Rhumba and I had a low-key Christmas. We exchanged no presents, attended no feast, met with no relatives. In no way did our Christmas resemble the cultural standard.
Which, these days, has been set by the ’80s movie “A Christmas Story.” It’s a great flick, a movie about the goofiness of celebrating Christmas in America. Which, in in this movie includes an invading dog pack which devours the turkey and necessitates dinner at a Chinese restaurant: the only restaurant open on Christmas. Despite all that, and more, the family’s Christmas is a success, because there’s love. A lot of screaming, but also love.
Basic cable channels have played “A Christmas Story” to death over the years. It’s now the millennials’ paradigm of Christmas spirit. But let me tell you a slightly different Christmas story from years past. And it is about family, and friendship, and Christmas — and being hungry.
Rhumba and I were newly a couple, back bout 25 years ago, and we went north for Christmas to be with two of her dearest friends: two sisters who lived in Ashland, in southern Oregon. We had Christmas dinner at sister Carol’s house, and it was memorable.
Ashland is known for theater festivals, and theater in general Carol taught and directed children’s theater for the school district; her husband was a otherworldly Buddhist monk of sorts, shaved head and all. Between stints of meditation in the mountains, he did odd jobs. Together, they’d raised two very theatrical daughters.
They owned very little. Their rented house was little more than a shack; the Ashland winter chill beat against the walls with vigor. None of that seemed to matter; all four of them chattered with us about life in general with gusto and no restraint. At ages 10 or 12, the daughters freely joined in all discussion.
It was great discussion. At one point the ten year old daughter might be ragging out her father for screwing up her pet-sitting business. (“I CANNOT go away for THREE DAYS without SOMETHING HAPPENING!”) And from there to the perils of children’s theater, and on from there to an intense discussion of the Lost Continent of Mu. If I had taped that afternoon, you’d pay to see it. They were unconventional, over-verbal, and quite in love with one another.
All in all, one my most memorable Christmases. And they fed us a fine dinner but… there wasn’t very much of it. Rhumba and I looked at the modest platters of food and the modest surroundings, and stopped ourselves at one helping each.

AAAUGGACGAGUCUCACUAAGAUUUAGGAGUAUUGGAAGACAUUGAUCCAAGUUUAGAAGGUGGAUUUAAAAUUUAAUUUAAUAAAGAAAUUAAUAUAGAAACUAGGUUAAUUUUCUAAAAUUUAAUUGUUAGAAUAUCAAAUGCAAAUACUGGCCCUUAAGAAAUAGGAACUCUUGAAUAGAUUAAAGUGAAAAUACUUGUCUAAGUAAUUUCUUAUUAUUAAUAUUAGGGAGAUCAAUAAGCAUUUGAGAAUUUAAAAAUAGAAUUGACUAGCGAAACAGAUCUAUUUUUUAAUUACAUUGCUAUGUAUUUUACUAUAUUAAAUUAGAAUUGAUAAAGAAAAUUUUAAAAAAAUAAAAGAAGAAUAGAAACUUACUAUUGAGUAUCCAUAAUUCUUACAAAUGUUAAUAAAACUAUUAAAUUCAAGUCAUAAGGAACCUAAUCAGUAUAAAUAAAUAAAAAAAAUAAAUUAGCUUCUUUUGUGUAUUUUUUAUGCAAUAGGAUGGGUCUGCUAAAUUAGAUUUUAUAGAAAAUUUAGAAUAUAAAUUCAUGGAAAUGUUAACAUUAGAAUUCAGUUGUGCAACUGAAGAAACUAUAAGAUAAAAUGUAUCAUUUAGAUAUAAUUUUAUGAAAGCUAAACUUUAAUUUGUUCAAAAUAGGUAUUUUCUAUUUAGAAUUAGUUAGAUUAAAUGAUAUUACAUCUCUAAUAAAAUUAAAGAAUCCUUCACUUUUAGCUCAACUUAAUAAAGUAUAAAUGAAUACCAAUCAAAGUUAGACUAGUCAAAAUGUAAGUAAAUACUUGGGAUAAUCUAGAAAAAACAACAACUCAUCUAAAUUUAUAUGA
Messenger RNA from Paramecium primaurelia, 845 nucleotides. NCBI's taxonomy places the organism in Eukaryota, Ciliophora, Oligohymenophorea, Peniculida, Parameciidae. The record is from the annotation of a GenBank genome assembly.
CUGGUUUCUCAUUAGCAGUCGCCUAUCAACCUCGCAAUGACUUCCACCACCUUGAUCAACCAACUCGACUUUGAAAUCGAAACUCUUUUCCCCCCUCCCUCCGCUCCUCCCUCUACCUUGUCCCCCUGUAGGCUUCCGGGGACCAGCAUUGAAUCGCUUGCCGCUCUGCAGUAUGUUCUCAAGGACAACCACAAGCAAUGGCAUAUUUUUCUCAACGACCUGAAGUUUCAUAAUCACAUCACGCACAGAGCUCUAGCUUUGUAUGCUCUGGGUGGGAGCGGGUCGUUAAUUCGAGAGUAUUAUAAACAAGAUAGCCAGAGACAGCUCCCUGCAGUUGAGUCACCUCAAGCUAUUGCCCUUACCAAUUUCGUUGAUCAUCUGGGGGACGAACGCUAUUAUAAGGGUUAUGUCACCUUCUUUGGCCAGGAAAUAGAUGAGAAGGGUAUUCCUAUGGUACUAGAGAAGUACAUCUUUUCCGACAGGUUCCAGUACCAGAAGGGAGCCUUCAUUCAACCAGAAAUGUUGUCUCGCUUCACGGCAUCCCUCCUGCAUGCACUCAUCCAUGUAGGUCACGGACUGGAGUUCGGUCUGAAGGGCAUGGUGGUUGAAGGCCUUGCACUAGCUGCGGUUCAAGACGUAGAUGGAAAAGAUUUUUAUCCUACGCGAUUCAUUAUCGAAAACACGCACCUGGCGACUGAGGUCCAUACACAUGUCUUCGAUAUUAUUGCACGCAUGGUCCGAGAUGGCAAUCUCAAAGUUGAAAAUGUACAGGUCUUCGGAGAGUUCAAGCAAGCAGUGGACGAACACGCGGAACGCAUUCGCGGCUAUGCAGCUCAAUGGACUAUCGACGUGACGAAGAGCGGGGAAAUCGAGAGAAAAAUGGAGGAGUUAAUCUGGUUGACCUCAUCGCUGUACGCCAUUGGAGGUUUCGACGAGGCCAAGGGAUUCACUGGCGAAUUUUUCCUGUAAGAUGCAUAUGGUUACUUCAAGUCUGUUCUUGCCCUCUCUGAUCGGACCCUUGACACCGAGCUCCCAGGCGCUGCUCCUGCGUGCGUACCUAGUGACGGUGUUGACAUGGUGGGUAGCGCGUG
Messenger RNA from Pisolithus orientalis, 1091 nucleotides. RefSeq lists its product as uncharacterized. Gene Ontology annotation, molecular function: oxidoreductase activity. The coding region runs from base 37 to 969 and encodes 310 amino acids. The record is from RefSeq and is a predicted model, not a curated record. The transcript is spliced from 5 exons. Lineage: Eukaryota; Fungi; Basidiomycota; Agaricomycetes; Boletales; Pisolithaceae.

“Please, have more.” “Oh no, we’re fine.” I could have eaten everything left on the table. But they had so little. Rhumba and I drove off with fond memories and half-full stomachs. It was better that way but.. there was no place to get food in Ashland. The whole town was locked down for Christmas.
It being four in the afternoon, we drove up to Medford for a movie. And maybe, maybe to find some food. Though Medford had gone as dark for Christmas as Ashland. We saw the movie: “We’re No Angels,” with Robert DeNiro. The sound went wonky about halfway through and management offered refunds to the audience. But we stayed to the end along with the ten other people in the theater, because there was damn all else to do in Medford on Christmas evening in 1991.
Then we were back in the car, roaming Medford’s empty streets for an open restaurant. Rhumba wan’t hopeful, but I kept driving. “I’ll know what I’m looking for when I see it,” I said. I did know what I sought, but I didn’t want to say. Because it no longer existed back in the Bay Area. Medford was 30 years behind the times, though — old cars, old storefronts, old everything. Maybe there would still be, after all these years….
A bright-red building with floodlights and a golden dragon on the roof. “Lucky Dragon, Chinese and American Food.” And the windows were full of diners.
“YES!” I shouted. “I KNEW they’d have one.” We pulled in immediately.
When I grew up, most Chinese restaurants advertised “Chinese and American Food,” because there wasn’t enough demand for Chinese food alone, especially bland, inauthentic Americanized Cantonese recipes. “Chinese and American Food” restaurants were a good place to get fried rice, or a hot roast beef sandwich. I usually had the hot roast beef.
“Chinese and American” had vanished in the Bay Area with the Asian influx of the ’70s; a Mandarin or Szechuan eatery could stand on its own now.
But in Medford, in 1991, Mandarin immigrants and Mandarin food were still but a rumor. Tacky, old-school “Chinese and American” restaurants still ruled. We were greeted by an Asian hostess in a silk dress slit up the thigh. She walked us into a red-and-gold movie set of a dining room full of golden statues of Chinese dog-demons. And yes, their special that day was turkey dinner with all the trimmings. Which we both were more than happy with.
That’s always been my quibble with the movie “A Christmas Story:” there should have been a “Chinese and American” restaurant around Indiana in the ’30s, one that could turn out a hot turkey sandwich with canned gravy. At least. But, oh well.
Rhumba and I did do one thing for Christmas today; as in Medford, we went out to see a movie. That’s also a sort of tradition: see a movie on a Thanksgiving or Christmas Day, when the theaters are empty.
But that tradition doesn’t work anymore, either. We went to see an honest-to-god new Hollywood musical, “La La Land.” and found the place was packed with 60- and 70-something couples like ourselves out for a double senior/matinee discount.
We don’t mind sitting in Row 4, though, and the movie was good. Later on, we noticed that only one real restaurant downtown had opened its doors for Christmas. it was Chinese, and it was two-thirds full.
Some traditions remain after all. A grand solstice to you all.